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Flashcards in Global Production Deck (24):

types of fragmentation of production

technical and geographical


explain technical fragmentation

o Firms specialise in different stages of the production process
o Networks of firms replace a single company as the key site of production


explain geographical fragmentation

o Stages of production located in different nations
o Driven by aim to reduce costs
 sometimes labour costs; sometimes access to technical and specialist skills; key materials e.g. land
comparative advantage


what drove further fragmentation of value chains post war

tech advancements
• Standardized shipping containers- reduce damage and transport costs
• Modular production- allowed modification (according to customer preference)


what drove expansion of MNCs (multinational companies)

• Technological advances combined with institutional changes (Bretton Woods)


diff between intra firm and intra industry

• Intra industry (exchange of sim products in same industry) + intra firm (resources transferred within confines of single firm) increase


2 futures of production

mass customisation and modular production networks


explain mass customisation

• Companies producing individually tailored products for little additional cost than a mass-produced product
• E.g. custom designed footwear


explain modular production networks

• suppliers making products or providing services exactly to a customer’s specifications


potentials adtangtages for modular production

• a) greater dispersion of manufacturing across the globe
• b) reduced waste through greater customisation-
o e.g. product for exact requirement // no need to bulk produce volume in ranges of colour, size etc.


what is agglomeration + exmpale

- Firms that make similar products cluster together
o = importance of regional economies
- Example: High tech industries located in small geographic location of Silicon Valley


reasons for agglomeration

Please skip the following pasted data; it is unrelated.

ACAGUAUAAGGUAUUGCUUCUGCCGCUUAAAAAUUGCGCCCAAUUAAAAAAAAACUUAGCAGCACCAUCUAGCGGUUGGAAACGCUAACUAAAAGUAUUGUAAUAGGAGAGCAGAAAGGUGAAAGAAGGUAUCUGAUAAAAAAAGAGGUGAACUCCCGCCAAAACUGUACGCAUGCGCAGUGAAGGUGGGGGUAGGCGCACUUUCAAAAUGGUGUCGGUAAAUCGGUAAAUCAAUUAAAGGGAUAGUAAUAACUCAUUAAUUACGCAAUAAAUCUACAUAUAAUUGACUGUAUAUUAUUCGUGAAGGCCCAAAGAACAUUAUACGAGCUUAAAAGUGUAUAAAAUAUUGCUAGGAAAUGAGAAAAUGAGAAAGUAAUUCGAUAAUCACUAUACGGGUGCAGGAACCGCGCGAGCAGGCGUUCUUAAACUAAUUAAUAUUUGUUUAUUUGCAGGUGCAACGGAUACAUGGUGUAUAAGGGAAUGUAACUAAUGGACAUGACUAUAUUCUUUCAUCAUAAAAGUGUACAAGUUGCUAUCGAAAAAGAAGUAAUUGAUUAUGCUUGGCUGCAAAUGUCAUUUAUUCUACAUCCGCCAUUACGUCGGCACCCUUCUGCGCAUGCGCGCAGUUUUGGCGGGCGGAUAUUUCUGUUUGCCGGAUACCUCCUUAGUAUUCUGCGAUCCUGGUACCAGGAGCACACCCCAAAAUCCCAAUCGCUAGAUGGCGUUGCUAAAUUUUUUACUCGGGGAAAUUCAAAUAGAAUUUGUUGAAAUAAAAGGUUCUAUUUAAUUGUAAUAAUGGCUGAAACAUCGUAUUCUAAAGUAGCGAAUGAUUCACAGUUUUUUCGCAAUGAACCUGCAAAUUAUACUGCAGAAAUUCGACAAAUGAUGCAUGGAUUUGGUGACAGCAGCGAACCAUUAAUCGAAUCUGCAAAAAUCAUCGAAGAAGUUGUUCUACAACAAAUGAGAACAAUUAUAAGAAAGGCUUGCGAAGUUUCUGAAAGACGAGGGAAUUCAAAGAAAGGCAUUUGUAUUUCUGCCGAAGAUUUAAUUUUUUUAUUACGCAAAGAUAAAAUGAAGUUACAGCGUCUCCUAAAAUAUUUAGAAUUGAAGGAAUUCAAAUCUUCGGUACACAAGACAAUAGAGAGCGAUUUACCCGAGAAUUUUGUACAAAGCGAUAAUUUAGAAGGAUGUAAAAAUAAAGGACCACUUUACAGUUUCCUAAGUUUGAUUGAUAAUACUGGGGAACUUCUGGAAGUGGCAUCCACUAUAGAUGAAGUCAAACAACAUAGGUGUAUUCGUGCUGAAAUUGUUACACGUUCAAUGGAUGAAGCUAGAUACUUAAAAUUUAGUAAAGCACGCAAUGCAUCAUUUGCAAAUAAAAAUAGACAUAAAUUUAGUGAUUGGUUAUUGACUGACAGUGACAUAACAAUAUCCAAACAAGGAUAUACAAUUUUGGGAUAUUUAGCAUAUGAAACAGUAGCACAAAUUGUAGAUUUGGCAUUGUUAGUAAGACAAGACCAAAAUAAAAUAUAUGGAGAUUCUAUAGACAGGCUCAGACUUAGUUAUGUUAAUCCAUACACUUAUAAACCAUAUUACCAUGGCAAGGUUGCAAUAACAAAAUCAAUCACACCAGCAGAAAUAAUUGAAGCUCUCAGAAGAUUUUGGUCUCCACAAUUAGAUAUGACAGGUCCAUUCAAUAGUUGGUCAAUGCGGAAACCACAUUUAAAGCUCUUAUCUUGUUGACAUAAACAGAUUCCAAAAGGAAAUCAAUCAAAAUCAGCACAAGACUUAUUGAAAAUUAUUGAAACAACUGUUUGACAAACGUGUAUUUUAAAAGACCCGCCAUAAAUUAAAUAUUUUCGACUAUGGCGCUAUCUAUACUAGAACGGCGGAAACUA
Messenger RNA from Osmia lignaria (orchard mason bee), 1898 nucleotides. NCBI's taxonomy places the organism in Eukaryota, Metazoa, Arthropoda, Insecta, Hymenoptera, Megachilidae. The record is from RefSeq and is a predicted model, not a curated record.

• Knowledge exchange
• Maximise access to specialised resources- i.e. labour resources
• Geographic, political or economic characteristics of region


how are activities of production coordinated and integrated?

Global production networks (GPNs)


define GPN

Inter-firm networks, based on negotiated relationships, through which firms in globalised industries coordinate their activities (conception > production > delivery, all stages captured in this framing of GPNs except disposal)


example of GNP focussing on cooperation not competition

joint ventures


significance of gpn

• Many major industries now organised as GPNs (25% of all trade now associated with GPNs)
• Reinforce the authority of private actors in global economic governance


who is in charge of GPN and their role

lead firms
- leadership and coordination


how does a firm become a leader + example

• Developing innovative ways of organising production through which they gain market share
o and then defending and retaining dominance

Example: Consumer marketing – Coca Cola in agro-food sector
• Olympics sponsorship


why such extreme disparities in value distribution of GPNs

• The asymmetric power of lead firms:


how do firms exert assymettric power

o Raise barrier of entry: Technology, brand and retail rents (offer greater security for lead firm from competition)
o Competition at low-skill stages
o Market power of (and manipulation by) lead firms – to maintain block of other firms e.g. lawsuits b/w Samsung and Apple


main criticism of GPNs in high income countries

outsourcing production


why is reality of outsourcing in high income countries not same across all industries

• Typically occurs in low-skill industries (textiles) or the low-skill stages of a network (electronics)
• High value production has remained in high-income countries
• And the lead firm (often located in high-income countries) captures most value anyway


controversies in low income countries of GPN

• The bad – Bangladesh
• Low-income countries likely to be at lowest skill and value stages of the network, and unable to shift to higher stages because of lead firms’ asymmetric power
• The ugly – countries reliant on the extraction and export of raw materials e.g. PNG, Angola
• Countries may get ‘locked in’ to structurally disadvantaged stages of production


wider controversies go gpns

• Through GPNs, lead firms reinforce their authority and can enable harmful practices, like tax evasion
o e.g. Glencore shifting mining profits (and taxes) out of Zambia